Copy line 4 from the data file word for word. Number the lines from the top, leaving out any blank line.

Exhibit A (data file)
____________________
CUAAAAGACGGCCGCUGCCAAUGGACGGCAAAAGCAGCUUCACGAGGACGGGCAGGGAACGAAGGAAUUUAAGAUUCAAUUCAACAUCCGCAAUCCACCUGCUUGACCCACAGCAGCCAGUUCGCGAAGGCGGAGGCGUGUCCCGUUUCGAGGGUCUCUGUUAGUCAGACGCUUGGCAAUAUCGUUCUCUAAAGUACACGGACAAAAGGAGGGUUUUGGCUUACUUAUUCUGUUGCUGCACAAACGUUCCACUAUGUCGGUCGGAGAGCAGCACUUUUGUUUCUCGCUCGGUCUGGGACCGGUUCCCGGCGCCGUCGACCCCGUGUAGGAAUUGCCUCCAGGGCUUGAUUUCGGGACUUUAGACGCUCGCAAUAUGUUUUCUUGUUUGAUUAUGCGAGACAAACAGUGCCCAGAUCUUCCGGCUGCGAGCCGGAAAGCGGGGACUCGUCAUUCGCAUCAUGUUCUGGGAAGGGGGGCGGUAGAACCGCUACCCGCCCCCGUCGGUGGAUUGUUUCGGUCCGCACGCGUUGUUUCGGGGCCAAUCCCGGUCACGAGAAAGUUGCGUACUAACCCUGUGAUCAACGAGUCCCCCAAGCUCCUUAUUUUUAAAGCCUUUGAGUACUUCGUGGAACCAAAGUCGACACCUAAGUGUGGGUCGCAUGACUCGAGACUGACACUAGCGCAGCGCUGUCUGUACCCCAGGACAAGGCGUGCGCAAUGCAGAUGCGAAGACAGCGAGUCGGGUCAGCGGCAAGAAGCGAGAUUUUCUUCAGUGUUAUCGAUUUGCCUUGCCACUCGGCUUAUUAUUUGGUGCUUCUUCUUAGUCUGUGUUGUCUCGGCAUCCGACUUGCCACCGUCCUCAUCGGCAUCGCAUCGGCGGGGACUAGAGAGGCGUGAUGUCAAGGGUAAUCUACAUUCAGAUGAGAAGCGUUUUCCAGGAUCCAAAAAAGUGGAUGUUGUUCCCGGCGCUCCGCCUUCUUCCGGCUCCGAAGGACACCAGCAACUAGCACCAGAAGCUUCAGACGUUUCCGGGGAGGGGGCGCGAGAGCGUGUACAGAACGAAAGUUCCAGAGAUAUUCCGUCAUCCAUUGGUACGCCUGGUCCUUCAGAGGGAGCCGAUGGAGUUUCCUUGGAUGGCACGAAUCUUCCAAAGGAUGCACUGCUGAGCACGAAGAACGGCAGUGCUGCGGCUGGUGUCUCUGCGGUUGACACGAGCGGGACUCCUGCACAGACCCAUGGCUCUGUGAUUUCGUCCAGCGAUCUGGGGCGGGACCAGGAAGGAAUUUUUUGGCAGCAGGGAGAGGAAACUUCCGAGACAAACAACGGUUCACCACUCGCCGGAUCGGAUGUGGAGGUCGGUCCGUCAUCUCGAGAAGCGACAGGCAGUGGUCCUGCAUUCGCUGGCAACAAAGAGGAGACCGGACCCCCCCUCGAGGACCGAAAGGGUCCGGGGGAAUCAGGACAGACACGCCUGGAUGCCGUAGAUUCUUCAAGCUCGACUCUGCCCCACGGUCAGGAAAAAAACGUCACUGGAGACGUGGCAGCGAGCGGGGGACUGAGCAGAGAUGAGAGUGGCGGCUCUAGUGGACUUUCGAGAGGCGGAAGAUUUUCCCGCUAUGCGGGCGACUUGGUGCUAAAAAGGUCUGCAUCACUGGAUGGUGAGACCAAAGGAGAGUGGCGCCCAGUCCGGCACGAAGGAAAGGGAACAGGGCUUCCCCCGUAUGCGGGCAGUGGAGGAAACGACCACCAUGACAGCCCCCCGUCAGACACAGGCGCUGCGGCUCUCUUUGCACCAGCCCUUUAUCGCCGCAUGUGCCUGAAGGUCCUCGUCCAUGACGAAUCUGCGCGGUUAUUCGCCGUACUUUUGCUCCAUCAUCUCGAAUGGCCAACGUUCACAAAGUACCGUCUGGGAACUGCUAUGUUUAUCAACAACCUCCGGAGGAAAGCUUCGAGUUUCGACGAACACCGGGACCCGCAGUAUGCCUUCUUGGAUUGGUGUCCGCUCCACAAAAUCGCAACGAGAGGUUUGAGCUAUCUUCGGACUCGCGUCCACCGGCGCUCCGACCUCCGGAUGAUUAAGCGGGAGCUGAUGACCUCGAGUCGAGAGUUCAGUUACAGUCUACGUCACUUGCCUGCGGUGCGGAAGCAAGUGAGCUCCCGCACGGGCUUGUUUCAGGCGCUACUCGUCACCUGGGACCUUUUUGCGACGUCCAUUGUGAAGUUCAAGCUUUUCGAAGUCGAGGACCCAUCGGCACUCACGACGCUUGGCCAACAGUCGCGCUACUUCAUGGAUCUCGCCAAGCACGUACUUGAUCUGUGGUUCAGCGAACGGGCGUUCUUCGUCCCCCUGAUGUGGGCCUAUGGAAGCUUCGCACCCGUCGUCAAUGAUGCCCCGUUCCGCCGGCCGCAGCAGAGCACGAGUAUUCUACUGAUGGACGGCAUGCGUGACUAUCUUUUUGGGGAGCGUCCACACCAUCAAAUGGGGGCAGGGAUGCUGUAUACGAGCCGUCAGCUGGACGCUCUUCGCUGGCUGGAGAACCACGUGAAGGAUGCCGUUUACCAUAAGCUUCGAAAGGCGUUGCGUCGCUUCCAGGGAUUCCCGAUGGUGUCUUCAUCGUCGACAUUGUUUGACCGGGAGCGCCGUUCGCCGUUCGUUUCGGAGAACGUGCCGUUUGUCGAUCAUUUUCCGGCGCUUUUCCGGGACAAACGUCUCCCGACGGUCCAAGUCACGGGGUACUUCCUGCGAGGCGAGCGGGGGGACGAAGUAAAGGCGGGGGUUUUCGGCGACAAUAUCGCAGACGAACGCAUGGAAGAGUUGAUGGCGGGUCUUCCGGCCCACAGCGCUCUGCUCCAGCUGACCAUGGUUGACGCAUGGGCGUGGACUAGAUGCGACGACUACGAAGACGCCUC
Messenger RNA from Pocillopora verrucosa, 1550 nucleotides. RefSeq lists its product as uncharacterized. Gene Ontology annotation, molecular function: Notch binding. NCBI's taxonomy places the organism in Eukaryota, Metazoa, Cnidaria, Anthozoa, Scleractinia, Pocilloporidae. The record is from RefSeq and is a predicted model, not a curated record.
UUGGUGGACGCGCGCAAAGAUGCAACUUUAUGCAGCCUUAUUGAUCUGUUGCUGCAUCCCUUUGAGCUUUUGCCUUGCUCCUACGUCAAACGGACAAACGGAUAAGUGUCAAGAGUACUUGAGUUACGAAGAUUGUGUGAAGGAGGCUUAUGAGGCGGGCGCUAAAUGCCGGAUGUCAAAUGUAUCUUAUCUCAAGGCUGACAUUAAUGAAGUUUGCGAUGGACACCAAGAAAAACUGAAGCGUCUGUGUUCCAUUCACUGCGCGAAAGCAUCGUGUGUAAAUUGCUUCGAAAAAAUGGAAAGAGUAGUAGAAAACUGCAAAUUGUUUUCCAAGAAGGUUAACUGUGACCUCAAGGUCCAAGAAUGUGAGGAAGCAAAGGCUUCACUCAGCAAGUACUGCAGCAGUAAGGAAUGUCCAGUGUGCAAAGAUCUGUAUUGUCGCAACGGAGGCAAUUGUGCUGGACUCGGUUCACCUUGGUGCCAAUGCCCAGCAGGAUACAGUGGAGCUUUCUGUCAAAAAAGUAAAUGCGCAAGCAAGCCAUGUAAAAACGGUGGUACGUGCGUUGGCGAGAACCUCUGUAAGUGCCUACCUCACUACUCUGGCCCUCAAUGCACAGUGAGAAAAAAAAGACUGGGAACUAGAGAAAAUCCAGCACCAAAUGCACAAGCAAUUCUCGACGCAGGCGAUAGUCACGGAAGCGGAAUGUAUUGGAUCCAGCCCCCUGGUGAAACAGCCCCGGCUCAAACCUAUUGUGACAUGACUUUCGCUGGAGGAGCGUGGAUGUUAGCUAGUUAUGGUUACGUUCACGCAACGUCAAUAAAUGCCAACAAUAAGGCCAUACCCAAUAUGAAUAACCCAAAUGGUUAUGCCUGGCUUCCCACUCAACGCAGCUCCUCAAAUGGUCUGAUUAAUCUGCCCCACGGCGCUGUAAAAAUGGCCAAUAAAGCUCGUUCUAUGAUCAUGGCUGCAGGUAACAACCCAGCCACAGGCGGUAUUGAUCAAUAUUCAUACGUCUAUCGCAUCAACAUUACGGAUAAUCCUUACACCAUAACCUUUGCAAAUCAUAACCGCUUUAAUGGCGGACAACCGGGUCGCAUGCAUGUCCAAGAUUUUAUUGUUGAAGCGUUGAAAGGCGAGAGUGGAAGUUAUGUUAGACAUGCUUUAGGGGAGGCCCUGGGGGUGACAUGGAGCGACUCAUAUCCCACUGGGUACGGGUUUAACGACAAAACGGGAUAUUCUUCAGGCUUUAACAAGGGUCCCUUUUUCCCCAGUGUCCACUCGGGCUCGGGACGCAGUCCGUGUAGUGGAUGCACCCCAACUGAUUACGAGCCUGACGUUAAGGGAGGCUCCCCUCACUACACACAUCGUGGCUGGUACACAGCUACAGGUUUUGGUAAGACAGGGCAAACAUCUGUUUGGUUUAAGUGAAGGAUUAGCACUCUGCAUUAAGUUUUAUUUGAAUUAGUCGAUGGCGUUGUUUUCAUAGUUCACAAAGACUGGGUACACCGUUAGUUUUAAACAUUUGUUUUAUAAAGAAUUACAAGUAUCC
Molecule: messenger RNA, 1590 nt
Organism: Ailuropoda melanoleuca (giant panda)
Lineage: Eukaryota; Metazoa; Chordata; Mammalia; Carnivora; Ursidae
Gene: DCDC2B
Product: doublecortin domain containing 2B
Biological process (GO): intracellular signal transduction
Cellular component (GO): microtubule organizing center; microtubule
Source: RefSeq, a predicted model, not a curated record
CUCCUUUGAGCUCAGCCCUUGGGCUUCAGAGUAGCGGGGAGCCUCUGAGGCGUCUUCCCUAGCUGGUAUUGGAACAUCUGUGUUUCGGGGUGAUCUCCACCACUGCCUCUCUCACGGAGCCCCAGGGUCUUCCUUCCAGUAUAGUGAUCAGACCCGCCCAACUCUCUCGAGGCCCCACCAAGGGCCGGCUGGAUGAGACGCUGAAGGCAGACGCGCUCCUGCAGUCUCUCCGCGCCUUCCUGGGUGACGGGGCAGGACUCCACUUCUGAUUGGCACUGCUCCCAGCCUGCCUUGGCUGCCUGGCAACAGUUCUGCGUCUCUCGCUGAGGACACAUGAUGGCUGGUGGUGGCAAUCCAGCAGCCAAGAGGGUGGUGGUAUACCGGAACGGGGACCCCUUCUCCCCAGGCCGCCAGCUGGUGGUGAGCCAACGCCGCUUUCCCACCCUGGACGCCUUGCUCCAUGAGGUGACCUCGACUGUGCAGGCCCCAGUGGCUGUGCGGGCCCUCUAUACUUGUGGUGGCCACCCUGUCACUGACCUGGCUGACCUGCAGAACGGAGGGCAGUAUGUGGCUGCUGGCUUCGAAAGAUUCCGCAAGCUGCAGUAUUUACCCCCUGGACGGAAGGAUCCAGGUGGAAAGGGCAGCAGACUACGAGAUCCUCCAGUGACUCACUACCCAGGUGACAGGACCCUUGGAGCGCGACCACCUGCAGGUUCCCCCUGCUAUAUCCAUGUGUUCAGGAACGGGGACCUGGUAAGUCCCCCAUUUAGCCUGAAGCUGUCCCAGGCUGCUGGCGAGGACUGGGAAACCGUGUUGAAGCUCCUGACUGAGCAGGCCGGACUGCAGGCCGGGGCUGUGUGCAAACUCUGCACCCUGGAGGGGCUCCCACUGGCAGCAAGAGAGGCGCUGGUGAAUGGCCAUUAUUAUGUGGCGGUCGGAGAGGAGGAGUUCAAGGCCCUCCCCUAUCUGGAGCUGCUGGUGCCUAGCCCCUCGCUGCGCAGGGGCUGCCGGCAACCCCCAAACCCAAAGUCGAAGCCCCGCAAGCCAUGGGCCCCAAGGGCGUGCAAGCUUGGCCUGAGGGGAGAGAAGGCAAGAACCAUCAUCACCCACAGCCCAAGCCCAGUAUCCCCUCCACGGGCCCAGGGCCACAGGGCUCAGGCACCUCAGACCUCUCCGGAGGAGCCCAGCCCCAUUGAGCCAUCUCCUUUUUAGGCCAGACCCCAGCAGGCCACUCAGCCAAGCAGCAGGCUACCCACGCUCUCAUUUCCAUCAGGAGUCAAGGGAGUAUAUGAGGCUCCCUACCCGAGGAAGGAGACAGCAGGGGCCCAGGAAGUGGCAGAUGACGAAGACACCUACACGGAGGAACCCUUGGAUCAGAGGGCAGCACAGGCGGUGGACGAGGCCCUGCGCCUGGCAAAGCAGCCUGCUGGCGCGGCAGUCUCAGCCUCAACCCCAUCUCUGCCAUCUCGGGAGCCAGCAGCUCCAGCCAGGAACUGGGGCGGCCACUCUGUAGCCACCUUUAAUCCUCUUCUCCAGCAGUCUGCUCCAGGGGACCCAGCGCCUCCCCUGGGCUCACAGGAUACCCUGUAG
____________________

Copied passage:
Molecule: messenger RNA, 1590 nt